Abstract vs Annotation vs Literature Review: What’s the Difference?

When it comes to academic writing, especially in the context of research projects, the terms "abstract," "annotation," and "literature review" often appear. Each serves a distinct purpose in scholarly communication. 

Let's break down the key differences between these three elements:


An abstract is a concise summary of a research paper or article. It's typically found at the beginning of a scholarly work and provides a brief overview of the study's objectives, methods, results, and conclusions. The primary aim of an abstract is to help readers quickly grasp the paper's essential points. 


Annotations are concise evaluations of individual sources. They provide an overview of the source's content and assess its quality, relevance, and significance to a specific research topic. Annotations are typically used within annotated bibliographies to guide the reader's understanding of each source's content and its potential contribution to the research project.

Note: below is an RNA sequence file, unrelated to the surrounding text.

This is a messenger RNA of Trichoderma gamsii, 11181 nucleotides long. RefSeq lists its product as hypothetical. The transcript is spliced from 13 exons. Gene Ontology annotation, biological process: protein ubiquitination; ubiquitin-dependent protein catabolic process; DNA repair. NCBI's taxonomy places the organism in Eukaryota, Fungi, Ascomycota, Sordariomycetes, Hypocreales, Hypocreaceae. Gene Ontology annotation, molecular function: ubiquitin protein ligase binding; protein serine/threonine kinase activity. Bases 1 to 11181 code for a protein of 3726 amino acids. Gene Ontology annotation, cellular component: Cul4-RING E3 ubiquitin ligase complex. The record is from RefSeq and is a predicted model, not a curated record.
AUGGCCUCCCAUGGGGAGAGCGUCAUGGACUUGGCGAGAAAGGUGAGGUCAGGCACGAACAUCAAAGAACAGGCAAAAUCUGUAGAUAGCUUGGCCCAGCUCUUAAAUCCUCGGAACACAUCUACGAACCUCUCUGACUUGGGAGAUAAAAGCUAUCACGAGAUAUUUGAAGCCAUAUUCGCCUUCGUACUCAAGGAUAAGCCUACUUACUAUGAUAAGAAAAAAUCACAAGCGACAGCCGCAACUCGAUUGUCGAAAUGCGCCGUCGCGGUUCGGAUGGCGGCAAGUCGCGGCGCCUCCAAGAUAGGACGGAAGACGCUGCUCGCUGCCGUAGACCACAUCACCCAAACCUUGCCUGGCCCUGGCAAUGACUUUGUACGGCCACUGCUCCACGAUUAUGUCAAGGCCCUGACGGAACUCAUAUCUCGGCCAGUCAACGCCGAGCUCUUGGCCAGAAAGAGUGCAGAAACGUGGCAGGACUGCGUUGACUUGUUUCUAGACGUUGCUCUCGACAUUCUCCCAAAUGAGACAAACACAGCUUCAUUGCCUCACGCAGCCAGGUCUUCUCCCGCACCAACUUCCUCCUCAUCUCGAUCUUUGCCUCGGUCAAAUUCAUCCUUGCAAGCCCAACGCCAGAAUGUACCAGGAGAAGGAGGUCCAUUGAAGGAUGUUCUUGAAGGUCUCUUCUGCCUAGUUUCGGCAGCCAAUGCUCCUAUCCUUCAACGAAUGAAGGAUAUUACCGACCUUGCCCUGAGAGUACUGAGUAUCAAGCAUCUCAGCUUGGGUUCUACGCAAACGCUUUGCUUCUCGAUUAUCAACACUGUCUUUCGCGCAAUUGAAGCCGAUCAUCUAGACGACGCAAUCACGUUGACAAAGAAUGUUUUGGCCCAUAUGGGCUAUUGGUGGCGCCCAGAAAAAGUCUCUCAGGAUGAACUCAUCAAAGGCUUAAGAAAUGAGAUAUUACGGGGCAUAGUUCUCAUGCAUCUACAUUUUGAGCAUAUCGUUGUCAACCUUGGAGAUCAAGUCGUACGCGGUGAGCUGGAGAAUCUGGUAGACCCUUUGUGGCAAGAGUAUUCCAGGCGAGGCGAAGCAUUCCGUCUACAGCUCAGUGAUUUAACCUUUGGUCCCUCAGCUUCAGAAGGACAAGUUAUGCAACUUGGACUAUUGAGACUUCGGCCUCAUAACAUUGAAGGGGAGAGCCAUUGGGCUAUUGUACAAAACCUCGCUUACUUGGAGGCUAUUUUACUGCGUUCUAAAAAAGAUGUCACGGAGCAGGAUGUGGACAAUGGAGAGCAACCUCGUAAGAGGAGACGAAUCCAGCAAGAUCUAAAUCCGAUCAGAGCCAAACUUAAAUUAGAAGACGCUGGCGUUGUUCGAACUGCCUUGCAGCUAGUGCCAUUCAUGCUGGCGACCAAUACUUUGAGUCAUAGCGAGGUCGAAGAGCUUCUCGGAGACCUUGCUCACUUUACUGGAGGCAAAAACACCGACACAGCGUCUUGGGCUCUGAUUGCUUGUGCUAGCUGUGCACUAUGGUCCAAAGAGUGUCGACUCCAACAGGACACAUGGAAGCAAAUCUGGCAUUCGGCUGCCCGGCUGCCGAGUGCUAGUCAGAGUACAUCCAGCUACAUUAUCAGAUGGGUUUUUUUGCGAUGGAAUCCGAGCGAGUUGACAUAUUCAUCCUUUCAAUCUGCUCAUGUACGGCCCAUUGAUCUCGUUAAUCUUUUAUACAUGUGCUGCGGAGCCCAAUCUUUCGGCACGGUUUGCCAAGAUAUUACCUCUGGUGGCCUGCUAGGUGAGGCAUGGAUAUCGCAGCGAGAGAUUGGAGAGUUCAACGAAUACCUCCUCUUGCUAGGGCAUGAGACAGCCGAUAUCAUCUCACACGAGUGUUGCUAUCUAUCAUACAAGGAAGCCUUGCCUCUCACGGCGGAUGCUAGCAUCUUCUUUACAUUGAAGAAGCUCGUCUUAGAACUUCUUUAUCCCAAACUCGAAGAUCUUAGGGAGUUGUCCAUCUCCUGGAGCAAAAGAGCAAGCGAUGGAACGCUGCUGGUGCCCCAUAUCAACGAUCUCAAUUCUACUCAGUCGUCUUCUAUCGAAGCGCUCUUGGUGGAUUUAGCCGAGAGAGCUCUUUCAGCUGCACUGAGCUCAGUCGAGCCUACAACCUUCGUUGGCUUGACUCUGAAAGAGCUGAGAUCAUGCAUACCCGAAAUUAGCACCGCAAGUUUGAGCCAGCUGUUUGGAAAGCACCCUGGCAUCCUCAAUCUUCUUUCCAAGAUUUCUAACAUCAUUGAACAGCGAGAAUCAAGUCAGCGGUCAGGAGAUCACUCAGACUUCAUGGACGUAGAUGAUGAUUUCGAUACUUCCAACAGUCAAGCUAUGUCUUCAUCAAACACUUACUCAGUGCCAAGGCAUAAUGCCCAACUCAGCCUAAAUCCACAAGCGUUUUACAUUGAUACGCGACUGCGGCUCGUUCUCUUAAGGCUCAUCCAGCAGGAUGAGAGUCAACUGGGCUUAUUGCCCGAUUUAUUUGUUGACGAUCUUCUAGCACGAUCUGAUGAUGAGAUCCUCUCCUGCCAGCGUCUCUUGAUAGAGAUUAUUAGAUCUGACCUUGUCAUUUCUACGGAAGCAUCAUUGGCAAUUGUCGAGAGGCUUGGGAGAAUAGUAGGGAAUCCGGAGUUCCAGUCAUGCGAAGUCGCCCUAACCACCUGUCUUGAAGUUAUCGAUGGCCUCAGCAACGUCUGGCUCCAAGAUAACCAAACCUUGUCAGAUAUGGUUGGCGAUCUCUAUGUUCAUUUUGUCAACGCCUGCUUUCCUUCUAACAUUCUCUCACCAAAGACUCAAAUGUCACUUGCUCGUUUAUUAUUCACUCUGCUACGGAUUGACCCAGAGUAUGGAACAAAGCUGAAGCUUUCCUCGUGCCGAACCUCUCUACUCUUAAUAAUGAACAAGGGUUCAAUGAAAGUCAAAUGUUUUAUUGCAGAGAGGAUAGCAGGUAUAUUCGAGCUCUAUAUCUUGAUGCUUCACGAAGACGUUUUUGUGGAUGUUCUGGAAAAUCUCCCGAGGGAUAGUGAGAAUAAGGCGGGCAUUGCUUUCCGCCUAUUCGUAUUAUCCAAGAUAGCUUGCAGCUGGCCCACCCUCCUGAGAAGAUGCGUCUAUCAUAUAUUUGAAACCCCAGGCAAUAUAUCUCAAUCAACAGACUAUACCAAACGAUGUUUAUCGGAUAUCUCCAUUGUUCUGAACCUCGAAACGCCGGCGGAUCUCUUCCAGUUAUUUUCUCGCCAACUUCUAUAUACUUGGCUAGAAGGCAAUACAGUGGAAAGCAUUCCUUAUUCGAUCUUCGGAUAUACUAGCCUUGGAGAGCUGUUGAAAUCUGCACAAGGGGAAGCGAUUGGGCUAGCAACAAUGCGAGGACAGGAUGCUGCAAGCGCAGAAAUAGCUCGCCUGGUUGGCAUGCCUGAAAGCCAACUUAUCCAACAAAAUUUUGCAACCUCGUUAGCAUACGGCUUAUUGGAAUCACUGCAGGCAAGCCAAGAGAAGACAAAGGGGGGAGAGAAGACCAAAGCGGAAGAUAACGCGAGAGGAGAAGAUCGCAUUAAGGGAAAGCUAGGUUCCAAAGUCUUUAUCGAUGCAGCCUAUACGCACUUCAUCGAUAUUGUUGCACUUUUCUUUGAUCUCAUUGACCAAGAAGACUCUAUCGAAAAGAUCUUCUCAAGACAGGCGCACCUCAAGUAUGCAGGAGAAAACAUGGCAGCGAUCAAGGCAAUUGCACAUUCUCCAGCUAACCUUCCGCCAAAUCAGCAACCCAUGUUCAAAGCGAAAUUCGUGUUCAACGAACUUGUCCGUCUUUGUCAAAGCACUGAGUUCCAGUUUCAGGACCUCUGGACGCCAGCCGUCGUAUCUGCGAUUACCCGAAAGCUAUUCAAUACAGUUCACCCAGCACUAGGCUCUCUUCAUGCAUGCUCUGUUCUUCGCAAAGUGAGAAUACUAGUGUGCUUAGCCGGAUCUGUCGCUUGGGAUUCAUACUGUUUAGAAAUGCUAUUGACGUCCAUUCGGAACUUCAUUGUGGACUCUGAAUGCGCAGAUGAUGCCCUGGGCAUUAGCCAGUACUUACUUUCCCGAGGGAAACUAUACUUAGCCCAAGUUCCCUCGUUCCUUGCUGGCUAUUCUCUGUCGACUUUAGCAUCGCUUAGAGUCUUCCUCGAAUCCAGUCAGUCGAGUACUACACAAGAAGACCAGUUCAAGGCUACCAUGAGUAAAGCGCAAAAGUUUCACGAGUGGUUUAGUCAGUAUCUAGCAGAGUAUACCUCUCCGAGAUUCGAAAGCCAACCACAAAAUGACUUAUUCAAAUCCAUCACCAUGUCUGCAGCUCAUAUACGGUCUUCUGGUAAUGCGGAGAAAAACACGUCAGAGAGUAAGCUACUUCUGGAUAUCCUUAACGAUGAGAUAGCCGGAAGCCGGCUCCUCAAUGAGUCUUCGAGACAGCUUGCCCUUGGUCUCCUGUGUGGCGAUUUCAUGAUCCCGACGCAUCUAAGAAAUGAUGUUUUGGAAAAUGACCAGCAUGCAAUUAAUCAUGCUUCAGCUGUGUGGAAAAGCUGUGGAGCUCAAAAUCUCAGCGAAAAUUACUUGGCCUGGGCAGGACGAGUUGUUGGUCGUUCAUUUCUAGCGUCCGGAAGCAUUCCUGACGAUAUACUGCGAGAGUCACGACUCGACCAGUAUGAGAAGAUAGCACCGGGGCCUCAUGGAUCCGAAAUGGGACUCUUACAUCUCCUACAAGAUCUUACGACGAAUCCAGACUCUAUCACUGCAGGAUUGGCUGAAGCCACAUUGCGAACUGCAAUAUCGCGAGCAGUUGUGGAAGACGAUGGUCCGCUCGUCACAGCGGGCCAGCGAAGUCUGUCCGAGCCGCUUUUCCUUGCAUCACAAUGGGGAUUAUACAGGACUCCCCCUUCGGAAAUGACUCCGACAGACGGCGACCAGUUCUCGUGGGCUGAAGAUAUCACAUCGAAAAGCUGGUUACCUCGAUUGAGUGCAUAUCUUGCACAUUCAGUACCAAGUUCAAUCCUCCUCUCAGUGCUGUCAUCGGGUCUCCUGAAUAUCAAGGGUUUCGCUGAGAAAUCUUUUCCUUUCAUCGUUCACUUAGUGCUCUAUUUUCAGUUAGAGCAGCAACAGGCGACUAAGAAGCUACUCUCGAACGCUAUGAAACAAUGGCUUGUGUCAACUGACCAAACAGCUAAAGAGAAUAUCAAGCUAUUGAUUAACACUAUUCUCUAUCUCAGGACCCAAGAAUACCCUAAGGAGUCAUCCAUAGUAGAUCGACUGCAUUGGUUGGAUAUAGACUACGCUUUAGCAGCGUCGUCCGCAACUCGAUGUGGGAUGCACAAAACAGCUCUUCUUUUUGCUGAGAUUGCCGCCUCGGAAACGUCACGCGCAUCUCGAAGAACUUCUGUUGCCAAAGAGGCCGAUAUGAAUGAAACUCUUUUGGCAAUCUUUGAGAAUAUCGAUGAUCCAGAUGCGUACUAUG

Literature Review

A literature review, on the other hand, is a comprehensive and critical examination of existing research on a specific topic. It involves synthesizing and analyzing a range of sources to identify patterns, gaps, and debates within the literature. A literature review explores the body of work related to a particular subject, offering a broader context for a research project.

Here are the differences between a literature review and an annotated bibliography.

Annotated Bibliography

Literature Review


This is a list of sources that have more information about each source. Also, informs the readers about the credibility of each source.

This is an overview of the topic. It talks about the most important points discussed in the paper or work. It is added before the research section.

Structure and Format

Sources are arranged alphabetically and separate from each other.

Sources are arranged in paragraphs and could be integrated also.

Parts and Components

The parts include the citation, short summary, analysis, and personal views.

It begins with the introduction, analyzes the source’s content, and concludes it.

Annotated Bibliography Topics

If you are set to write your annotated bibliography, the following are some topics that might help:

  • Thesis based Masters is more beneficial than coursework based. Discuss the statement.